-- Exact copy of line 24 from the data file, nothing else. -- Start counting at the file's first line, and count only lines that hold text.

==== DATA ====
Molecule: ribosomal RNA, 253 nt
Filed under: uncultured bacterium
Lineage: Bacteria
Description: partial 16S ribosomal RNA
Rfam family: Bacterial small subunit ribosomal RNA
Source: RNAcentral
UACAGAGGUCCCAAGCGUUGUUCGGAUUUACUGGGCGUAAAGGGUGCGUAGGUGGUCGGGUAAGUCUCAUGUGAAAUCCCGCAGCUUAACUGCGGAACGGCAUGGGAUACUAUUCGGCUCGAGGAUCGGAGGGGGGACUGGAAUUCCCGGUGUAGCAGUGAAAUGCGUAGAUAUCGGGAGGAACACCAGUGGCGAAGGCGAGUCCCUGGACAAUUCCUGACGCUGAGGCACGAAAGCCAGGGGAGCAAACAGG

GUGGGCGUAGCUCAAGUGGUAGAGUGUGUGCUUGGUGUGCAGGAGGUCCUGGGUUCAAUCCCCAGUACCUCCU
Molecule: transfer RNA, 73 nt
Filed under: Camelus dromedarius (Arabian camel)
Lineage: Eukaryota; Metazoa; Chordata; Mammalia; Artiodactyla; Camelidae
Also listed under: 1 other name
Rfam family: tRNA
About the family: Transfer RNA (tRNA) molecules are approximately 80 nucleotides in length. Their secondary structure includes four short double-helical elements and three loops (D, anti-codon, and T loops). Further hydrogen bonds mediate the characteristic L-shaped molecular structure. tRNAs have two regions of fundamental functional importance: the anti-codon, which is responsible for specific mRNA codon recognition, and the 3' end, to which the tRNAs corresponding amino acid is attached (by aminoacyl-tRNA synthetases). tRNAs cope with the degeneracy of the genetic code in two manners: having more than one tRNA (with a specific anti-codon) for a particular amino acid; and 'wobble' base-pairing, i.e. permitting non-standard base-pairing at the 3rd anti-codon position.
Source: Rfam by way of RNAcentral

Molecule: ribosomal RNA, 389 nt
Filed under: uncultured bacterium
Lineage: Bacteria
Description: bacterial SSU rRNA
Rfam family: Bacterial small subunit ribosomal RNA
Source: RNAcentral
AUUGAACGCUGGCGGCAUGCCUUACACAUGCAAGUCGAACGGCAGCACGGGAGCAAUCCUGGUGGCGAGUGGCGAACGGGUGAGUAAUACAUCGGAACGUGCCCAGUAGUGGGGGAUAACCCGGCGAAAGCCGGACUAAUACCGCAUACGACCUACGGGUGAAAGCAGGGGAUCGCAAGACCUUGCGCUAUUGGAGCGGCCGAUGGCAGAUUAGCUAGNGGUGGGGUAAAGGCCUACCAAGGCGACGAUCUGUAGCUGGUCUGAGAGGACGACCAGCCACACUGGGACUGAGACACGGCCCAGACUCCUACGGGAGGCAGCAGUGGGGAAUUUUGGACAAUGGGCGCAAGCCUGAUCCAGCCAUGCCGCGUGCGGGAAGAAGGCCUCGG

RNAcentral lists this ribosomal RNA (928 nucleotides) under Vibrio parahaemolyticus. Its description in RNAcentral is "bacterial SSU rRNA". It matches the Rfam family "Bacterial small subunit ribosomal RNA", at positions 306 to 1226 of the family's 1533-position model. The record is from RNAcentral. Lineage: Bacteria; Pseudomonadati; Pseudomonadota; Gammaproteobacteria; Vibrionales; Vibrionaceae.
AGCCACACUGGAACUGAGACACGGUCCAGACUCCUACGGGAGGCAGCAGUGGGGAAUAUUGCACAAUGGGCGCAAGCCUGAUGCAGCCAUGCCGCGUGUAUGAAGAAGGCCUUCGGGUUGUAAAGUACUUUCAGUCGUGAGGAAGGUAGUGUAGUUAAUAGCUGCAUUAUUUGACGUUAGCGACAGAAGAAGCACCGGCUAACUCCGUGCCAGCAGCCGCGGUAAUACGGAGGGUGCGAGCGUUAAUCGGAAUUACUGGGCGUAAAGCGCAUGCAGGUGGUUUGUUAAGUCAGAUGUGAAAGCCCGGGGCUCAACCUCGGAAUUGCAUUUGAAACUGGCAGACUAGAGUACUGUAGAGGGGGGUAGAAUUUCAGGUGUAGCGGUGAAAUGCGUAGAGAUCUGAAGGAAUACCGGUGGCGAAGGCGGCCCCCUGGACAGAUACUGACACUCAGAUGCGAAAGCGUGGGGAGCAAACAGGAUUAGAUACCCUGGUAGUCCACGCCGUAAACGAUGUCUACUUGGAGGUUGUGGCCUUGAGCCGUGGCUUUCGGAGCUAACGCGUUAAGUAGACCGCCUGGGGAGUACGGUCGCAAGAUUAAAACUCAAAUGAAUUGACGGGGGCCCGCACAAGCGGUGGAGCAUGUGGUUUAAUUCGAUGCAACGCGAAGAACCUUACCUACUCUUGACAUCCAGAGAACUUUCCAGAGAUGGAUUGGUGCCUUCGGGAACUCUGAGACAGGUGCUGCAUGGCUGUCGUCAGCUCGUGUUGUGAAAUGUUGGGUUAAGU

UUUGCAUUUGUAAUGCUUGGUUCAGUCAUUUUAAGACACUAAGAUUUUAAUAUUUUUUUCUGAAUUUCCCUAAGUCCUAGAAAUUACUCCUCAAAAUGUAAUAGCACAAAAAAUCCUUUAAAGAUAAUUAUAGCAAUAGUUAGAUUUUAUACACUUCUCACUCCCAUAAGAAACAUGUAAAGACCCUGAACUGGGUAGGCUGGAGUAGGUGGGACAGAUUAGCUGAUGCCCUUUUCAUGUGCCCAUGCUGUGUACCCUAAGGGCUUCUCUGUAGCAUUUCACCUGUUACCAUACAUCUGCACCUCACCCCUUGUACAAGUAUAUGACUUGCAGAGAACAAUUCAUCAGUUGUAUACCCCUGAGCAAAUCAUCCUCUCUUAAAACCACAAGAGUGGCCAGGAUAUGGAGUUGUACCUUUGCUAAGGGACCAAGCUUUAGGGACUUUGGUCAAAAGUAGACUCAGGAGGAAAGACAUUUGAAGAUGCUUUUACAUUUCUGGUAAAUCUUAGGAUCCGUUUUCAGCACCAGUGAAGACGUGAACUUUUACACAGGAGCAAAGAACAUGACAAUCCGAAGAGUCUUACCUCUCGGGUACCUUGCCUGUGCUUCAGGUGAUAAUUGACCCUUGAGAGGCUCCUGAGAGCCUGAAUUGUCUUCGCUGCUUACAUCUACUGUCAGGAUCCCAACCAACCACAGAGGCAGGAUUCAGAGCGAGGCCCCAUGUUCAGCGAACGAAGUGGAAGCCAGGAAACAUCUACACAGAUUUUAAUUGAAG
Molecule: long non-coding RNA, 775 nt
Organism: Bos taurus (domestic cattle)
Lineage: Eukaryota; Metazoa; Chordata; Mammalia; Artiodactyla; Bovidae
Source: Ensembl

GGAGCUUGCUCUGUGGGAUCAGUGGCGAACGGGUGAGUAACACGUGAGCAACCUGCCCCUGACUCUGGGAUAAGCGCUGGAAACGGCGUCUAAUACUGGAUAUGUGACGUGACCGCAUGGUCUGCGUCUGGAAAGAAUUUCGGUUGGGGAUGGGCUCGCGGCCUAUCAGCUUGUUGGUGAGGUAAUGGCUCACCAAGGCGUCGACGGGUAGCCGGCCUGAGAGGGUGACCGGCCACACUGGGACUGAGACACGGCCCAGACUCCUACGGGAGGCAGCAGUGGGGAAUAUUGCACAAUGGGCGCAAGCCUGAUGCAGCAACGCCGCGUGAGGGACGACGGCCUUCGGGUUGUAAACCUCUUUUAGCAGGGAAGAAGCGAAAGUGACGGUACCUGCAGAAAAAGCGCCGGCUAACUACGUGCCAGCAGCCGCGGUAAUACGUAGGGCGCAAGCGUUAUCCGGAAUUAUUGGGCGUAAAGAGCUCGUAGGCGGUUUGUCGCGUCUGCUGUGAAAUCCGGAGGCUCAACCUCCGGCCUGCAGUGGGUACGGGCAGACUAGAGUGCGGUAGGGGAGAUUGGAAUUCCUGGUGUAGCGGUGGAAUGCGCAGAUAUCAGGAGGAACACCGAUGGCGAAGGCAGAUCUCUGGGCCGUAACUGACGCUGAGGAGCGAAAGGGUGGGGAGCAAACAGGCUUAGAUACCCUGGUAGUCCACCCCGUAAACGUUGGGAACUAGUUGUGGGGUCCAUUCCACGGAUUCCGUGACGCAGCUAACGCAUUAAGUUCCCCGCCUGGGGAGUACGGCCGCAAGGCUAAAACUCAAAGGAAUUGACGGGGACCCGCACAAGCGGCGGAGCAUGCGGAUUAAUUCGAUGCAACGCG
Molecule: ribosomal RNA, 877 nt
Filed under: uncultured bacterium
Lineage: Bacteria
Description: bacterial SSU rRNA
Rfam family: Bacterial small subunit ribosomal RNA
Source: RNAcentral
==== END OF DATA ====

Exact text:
AGCCACACUGGAACUGAGACACGGUCCAGACUCCUACGGGAGGCAGCAGUGGGGAAUAUUGCACAAUGGGCGCAAGCCUGAUGCAGCCAUGCCGCGUGUAUGAAGAAGGCCUUCGGGUUGUAAAGUACUUUCAGUCGUGAGGAAGGUAGUGUAGUUAAUAGCUGCAUUAUUUGACGUUAGCGACAGAAGAAGCACCGGCUAACUCCGUGCCAGCAGCCGCGGUAAUACGGAGGGUGCGAGCGUUAAUCGGAAUUACUGGGCGUAAAGCGCAUGCAGGUGGUUUGUUAAGUCAGAUGUGAAAGCCCGGGGCUCAACCUCGGAAUUGCAUUUGAAACUGGCAGACUAGAGUACUGUAGAGGGGGGUAGAAUUUCAGGUGUAGCGGUGAAAUGCGUAGAGAUCUGAAGGAAUACCGGUGGCGAAGGCGGCCCCCUGGACAGAUACUGACACUCAGAUGCGAAAGCGUGGGGAGCAAACAGGAUUAGAUACCCUGGUAGUCCACGCCGUAAACGAUGUCUACUUGGAGGUUGUGGCCUUGAGCCGUGGCUUUCGGAGCUAACGCGUUAAGUAGACCGCCUGGGGAGUACGGUCGCAAGAUUAAAACUCAAAUGAAUUGACGGGGGCCCGCACAAGCGGUGGAGCAUGUGGUUUAAUUCGAUGCAACGCGAAGAACCUUACCUACUCUUGACAUCCAGAGAACUUUCCAGAGAUGGAUUGGUGCCUUCGGGAACUCUGAGACAGGUGCUGCAUGGCUGUCGUCAGCUCGUGUUGUGAAAUGUUGGGUUAAGU